Thursday, March 1, 2007

Chapter 7: Credit is Life part 3, pages 199-205

Update 3/5: Rabbi Cooper won't be able to give a talk when he comes to Seoul this month. It's a busy life when you're fighting the good fight. I recommend to all that you do your part to help by going to any book store, picking up a copy of the book, flipping through it and tsk-ing loudly with an angry look on your face. You know, get the word out.

The really funny thing about this book, for me, is that it reminds me of when I had been in Korea for a year and a half, like Rhie had been in America for a year and a half. Thats the point where you start to tell yourself that youve got everything in your host country all figured out. The funny thing about it is that you form your sense of the country from the most trivial garbage. You see significance in the way people do insignificant things and extrapolate them out into great theories. The folks over at Peer-See (who I believe are currently in that year to year-and-a-half sweet spot of half-knowing their host country of China) have dubbed this process extrapohating.

In Rhies case, he extrapohates American stores return policies, service in stores, and operating hours out into a theory of America in todays longer than usual installment.

In our country, about 4 million people have bad credit. Many people commit suicide or crime because of card debt. Card companies are being ruined because of their costumers
procrastination. In America this would be views as unimaginably disturbing. Customers economic power and ability to pay are absolute preconditions for credit card companies , and as we see card companies ignoring credit history and in a time when competing companies fight with each other, carelessly giving credit cards to people with no economic power in their 20s and 30s who rack up huge debt that they cant bear, and walk the path to ruin, some card companies going bankrupt, and as we see out national economy deeply dominated [by this trend], isnt it time that we took another look at the idea that credit is life?

This was, of course, written in the period in 2003 and 2004 in which the major credit card companies in
Korea were issuing credit cards indiscriminately to anyone with a pulse, giving many Koreans enough economic rope to hang themselves. Rhie is saying that perhaps Korean companies should take a better look at their prospective customers and stop issuing so many cards to young people without jobs who could never pay off their debt

If we consider the credit card in
America as ones economic life, the drivers license is like another life that protects your freedom of mobility. In Americans wallets you will always find two kinds of cards, and those cards are the drivers license and the credit card. America is a huge country and in that huge country the people live very spread out from each other, and so its difficult to even imagine life in America without a car.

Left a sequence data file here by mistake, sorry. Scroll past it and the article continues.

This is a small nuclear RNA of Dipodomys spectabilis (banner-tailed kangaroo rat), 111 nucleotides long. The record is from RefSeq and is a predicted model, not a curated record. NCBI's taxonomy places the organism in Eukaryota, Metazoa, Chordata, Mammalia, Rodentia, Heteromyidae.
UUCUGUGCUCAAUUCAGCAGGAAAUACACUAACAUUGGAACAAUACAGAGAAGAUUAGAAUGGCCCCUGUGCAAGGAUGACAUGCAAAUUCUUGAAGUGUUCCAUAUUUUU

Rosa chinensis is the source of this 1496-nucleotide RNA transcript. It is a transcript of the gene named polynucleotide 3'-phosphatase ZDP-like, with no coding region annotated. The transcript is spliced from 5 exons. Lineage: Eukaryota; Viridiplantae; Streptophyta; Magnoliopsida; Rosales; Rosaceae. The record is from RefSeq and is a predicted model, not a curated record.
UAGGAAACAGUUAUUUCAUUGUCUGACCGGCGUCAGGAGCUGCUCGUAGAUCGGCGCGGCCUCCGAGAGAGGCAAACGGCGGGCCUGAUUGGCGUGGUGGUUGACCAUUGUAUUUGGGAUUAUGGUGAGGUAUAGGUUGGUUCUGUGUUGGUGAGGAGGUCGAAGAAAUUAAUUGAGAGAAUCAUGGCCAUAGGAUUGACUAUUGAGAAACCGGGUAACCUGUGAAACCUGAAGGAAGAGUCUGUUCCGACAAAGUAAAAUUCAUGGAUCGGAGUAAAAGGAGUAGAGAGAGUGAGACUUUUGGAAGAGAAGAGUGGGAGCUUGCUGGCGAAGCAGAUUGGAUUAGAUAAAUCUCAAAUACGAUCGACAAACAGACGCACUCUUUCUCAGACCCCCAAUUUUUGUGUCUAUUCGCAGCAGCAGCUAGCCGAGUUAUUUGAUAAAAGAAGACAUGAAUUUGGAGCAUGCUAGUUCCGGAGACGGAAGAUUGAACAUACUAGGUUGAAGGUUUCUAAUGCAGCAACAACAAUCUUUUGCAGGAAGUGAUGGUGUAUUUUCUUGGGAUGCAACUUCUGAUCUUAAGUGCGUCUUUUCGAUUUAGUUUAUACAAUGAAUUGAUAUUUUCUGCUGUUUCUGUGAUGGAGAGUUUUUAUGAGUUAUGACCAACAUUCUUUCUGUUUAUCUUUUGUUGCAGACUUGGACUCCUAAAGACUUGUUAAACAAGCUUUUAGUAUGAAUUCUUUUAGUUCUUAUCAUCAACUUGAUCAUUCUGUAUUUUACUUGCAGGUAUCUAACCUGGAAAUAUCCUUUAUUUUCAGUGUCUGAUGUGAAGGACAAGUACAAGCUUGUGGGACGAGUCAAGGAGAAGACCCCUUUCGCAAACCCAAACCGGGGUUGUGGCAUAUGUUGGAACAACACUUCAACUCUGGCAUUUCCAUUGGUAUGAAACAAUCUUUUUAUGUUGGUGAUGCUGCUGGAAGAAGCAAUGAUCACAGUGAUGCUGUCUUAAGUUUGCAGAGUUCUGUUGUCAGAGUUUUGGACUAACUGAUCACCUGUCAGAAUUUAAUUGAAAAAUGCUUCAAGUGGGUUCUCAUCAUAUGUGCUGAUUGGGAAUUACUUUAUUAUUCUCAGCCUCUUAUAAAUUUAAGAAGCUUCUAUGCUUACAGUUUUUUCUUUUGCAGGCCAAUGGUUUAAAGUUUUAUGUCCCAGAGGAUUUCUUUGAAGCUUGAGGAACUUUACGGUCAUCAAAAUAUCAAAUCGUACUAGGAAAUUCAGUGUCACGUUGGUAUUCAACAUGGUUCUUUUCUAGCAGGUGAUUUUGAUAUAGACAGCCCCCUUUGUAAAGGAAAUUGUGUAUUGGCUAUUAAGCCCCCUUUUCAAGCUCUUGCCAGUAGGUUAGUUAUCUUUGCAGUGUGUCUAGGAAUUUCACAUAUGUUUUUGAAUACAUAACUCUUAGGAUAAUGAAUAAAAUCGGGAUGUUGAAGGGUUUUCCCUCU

Sad but true, and naturally one of the truly positive things that one can say about
Korea. Great mass transit.

Many people use mass transit such as subways and buses in large cities with densely packed populations, but in small cities or suburbs the only way to get around is by car. Buses are not economical so they are few and far between. People with no cars, the sick and the elderly ride buses, but its unspeakably annoying to do so.


The biggest difference between American residential areas and our countrys is that there are never any stores in them. In America there are huge malls where all the stores are concentrated together, so if you want to buy a roll of toilet paper or a pack of gum, you have to go several kilometers to a shopping mall or shopping center to buy them. Since you cant walk there and you have to drive even to buy a loaf of bread, the car is as necessary to the American as a pair of shoes. Cars were prerequisites for American development, so Americans and their cars have an intimate relationship. In a country like that a person without a drivers license must be prepared for as must discomfort and trouble as a person without a credit card.


Most Americans get their license by the time theyre 18, and the US doesnt recognize foreign cards. America doesnt have a personal identification card like our Citizens Registration Card, so in America the drivers license is their identification card. One can get a drivers license by the time theyre 16, but in practice one can start driving when they are 18, and 16 year olds are permitted to drive only with a guardian present. So the credit card and the drivers license are Americas two forms of necessary evidence of identification. Since people use credit cards or debit cards for almost every transaction, almost nobody carries much cash. Once a robber held up a New York City subway car. Because almost everyone was carrying credit cards he got almost no cash. The famous story goes that he robbed everyone on the whole subway car and he didnt even get $100.


I love this page, it's a Rhie Won-bok special, full of lame observations of the kind that tourists make. Want to understand a nation? Go buy a rollof toilet paper, some gum and a loaf of bread, then ask a shopkeeper a question and write a book about it. Why not, you're a professor, you must be saying something of actual value.